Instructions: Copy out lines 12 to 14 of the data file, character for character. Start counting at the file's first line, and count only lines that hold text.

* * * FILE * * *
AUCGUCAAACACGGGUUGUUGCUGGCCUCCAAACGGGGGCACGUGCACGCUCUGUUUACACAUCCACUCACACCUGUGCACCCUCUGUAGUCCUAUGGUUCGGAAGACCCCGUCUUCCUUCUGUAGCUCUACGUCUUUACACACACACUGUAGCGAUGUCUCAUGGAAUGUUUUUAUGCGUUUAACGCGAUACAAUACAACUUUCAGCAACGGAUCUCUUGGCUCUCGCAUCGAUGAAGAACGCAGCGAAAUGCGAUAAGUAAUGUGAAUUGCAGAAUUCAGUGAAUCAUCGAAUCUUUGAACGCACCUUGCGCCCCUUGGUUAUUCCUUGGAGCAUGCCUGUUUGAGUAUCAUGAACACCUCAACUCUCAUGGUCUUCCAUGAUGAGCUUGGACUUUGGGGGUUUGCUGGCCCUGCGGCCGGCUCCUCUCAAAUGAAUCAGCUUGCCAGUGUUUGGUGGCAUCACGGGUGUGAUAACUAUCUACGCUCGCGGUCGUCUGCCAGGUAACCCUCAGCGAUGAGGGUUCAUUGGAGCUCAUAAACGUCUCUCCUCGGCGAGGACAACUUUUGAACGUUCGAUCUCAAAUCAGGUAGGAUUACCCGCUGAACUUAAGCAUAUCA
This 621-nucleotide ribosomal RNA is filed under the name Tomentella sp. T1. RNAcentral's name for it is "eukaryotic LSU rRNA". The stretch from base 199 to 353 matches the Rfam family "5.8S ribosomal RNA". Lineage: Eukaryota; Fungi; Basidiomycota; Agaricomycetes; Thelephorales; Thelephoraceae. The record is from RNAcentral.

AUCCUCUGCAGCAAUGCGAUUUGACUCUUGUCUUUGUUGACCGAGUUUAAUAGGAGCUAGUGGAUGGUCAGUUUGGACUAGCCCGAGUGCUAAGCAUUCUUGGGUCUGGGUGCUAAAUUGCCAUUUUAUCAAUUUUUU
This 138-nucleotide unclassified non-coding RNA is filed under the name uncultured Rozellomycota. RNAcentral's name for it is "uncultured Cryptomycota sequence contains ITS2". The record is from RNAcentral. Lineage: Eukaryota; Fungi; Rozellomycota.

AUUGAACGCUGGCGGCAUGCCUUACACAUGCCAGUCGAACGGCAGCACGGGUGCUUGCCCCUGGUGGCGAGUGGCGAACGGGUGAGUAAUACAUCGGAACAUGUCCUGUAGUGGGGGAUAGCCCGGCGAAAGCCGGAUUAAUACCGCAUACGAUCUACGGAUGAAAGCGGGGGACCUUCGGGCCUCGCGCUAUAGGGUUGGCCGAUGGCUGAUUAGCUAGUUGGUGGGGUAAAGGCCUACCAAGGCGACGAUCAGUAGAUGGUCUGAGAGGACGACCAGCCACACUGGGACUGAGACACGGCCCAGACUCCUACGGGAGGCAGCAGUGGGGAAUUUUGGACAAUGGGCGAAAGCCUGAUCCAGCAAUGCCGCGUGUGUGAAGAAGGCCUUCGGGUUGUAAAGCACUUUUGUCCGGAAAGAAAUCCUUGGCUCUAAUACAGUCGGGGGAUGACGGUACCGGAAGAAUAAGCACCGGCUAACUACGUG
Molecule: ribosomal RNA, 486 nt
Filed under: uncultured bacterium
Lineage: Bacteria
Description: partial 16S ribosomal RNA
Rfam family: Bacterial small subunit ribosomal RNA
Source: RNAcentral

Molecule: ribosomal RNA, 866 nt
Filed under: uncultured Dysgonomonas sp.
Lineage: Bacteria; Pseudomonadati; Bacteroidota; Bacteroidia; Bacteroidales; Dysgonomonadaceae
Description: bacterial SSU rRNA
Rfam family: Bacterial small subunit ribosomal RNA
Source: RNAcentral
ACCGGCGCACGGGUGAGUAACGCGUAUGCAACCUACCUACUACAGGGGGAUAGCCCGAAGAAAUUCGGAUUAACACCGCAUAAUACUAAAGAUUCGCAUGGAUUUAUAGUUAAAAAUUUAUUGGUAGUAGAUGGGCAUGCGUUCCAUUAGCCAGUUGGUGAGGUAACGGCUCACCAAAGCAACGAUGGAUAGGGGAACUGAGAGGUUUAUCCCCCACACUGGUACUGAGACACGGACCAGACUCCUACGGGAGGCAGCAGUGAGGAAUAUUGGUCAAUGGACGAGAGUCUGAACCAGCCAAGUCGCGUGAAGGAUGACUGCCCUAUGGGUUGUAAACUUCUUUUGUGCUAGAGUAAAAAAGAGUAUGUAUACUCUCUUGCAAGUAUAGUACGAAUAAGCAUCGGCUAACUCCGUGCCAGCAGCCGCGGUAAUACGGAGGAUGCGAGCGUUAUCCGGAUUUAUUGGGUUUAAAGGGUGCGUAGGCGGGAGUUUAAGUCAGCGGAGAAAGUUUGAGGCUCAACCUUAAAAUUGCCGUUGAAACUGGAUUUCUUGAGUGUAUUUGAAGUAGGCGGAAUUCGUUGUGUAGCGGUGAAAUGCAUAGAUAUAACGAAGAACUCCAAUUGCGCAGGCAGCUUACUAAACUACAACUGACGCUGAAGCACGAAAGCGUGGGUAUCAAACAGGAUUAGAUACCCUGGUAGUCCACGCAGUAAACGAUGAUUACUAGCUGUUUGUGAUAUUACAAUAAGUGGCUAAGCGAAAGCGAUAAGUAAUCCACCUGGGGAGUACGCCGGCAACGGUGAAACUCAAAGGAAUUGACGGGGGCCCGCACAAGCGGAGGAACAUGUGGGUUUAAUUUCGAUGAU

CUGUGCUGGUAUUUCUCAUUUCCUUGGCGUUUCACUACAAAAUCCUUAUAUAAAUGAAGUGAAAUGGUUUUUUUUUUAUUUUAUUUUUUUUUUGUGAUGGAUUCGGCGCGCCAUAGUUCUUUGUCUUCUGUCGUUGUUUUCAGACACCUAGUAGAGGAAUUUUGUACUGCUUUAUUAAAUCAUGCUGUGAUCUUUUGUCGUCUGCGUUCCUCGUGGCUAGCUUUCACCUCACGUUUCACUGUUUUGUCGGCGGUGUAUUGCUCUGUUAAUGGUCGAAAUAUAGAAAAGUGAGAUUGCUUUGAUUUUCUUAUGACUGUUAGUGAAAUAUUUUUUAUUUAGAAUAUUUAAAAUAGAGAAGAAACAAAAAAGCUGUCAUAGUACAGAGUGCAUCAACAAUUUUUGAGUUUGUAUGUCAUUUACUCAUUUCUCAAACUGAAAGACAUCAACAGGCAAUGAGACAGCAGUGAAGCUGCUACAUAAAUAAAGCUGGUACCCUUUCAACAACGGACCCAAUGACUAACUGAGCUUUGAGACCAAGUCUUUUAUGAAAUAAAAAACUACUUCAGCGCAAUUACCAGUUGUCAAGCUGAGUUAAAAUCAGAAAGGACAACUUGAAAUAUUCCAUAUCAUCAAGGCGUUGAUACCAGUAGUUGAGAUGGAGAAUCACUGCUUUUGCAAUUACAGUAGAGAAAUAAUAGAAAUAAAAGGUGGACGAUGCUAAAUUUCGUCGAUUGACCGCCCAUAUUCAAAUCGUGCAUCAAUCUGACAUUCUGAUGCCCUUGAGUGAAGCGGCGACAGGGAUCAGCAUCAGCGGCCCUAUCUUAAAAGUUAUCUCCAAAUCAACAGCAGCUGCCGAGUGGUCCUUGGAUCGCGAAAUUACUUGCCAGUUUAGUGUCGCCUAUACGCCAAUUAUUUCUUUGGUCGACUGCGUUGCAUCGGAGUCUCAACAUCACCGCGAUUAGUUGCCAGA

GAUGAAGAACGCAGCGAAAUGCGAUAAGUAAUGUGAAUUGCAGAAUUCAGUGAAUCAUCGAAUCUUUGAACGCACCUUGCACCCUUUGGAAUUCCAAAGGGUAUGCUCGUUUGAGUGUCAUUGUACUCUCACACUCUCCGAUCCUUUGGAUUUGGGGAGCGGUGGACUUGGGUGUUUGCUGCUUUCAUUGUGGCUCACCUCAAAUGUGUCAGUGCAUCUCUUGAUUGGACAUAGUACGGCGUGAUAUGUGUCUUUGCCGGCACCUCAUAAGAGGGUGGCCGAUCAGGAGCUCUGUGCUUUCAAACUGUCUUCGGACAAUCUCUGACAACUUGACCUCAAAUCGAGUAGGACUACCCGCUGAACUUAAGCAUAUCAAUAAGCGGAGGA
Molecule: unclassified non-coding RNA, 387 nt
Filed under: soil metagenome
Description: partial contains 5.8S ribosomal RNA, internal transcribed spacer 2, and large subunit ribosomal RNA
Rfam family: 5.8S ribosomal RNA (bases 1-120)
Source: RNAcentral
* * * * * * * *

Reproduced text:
Molecule: ribosomal RNA, 866 nt
Filed under: uncultured Dysgonomonas sp.
Lineage: Bacteria; Pseudomonadati; Bacteroidota; Bacteroidia; Bacteroidales; Dysgonomonadaceae